In August-September 1826, the ship moved from Arkhangelsk to Kronstadt and soon, as part of the combined Anglo-French-Russian squadron, went to the Mediterranean Sea to assist Greece in the fight against the Turkish conquerors. October 20 The 1827 of the year hosted the Battle of Navarino, during which Azov fought five enemy ships. The heroic crew sank three frigates, one corvette and forced the Turkish flagship Muharem Bay to be thrown ashore.
But the victory was not cheap. During the battle on the Azov, all the masts and branches were broken, 153 counted holes in the hull (seven of them are below the waterline). The crew’s casualties were 24 killed and 67 injured.
By the decree of Emperor Nicholas I of 17 (December 29) 1827, for the first time in the history of the Russian fleet, the stern admiral George's flag was granted to the Azov "in honor of the commendable deeds of officers, courage and fearlessness of officers and courage of the lower ranks". It was also prescribed to always have the “Memory of Azov” ship in the fleet. The original Azov flag is currently on display at the Central Naval Museum.
The XVUMX-grade Varyag armored cruiser was built in Philadelphia at the Crump and Sons shipyard. In 1, the St. Andrew's flag was raised on the ship. The cruiser turned out to be exceptionally beautiful and amazed contemporaries with perfection of proportions. In addition, during its construction many technical innovations were used: most of the mechanisms, including even the mixer in the bakery, received electric drives, installed telephone sets in almost all offices. To reduce the risk of fire all the furniture is made of metal. Varyag could develop a 1901 node speed high enough for its class.
Shortly after entry into service, the cruiser moved to Port Arthur. From the beginning of January 1904, he and the Koreyan gunboat were located in the neutral Korean port of Chemulpo at the disposal of the Russian embassy in Seoul. On February 8, a Japanese squadron under the command of Rear Admiral Sotokichi Uriu blocked the port and began to land. The next day, Varyag commander Vsevolod Rudnev received an ultimatum from the Japanese to leave the port, otherwise they threatened to attack the Russian ships right on the roadstead. The Russians decided to go to sea and try to break through to Port Arthur. However, passing close the fairway, "Varyag" could not use its main advantage - speed.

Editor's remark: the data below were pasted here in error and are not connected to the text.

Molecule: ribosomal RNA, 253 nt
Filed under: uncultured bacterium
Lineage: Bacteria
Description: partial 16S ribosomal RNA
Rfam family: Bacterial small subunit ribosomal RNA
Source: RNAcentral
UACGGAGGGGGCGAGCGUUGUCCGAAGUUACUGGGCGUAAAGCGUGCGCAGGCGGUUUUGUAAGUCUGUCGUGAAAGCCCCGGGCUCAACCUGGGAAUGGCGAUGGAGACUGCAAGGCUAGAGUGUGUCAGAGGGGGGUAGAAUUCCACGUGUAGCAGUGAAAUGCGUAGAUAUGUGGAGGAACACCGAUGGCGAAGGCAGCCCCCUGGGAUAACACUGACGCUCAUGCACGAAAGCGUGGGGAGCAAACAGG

The fight lasted about an hour. The Japanese fired a total of 419 shells on Russian ships. The loss of the Varyag crew amounted to 130 people, including 33 killed. By the end of the battle, the cruiser had almost completely exhausted the ability to resist due to the failure of a significant number of guns, damage to the steering gears and the presence of several underwater holes that could not be corrected on its own. The crew was brought to neutral ships, and the cruiser, in order to avoid capture by the Japanese, flooded, opening the Kingston. Delighted by the feat of the Russian sailors, the Japanese government opened in Seoul a museum in memory of the heroes of the Varyag and awarded VF Rudnev Order of the Rising Sun. Returning to Russia, the crew members of the Varyag and Koreans met a triumphal reception.
In 1905, the Japanese raised the “Varyag” and introduced it into their fleet under the name “Soya”. In 1916, Russia bought it out, incorporating the Arctic Ocean flotilla. In February 1917 of the year, Varyag went to the UK for repairs. After the Soviet government refused to pay the tsar's debts, the British confiscated the ship and sold it for scrap. When towing for break-up in 1925, the Varyag sank in the Irish Sea.
THE ESSENTIAL "NOVIK"
Novik was designed and built with funds from the Special Committee on Strengthening the Fleet with Voluntary Donations. It became the first Russian-built destroyer equipped with a steam-turbine power plant with high-pressure oil-fired boilers.
On the 21 August 1913 sea trials, the ship reached a record speed in the 37,3 node. Another distinctive feature of the "Novik" was the powerful artillery and torpedo armament of the four 102-mm rapid-fire cannons of the Obukhov factory and the same number of twin-tube torpedo tubes.
The characteristics of the Novik were so successful that for slightly modified projects in Russia they laid the 53 ship of this type. By the beginning of the First World War, they were considered the best in their class.
4 August 1915, the "Novik" entered into battle with the two newest German destroyers V-99 and V-100. The well-aimed fire of the destroyer commanders inflicted serious damage on the German ships, and the V-99 hit the mines, rushed to the shore and was blown up by a crew two hours later. Novik itself was not injured in this battle and had no casualties.
Many destroyers of this type continued their service in the Soviet fleet, taking an active part in the Great Patriotic War. 26 August 1941 "Novik", while in the protection of the cruiser "Kirov", hit a mine and sank.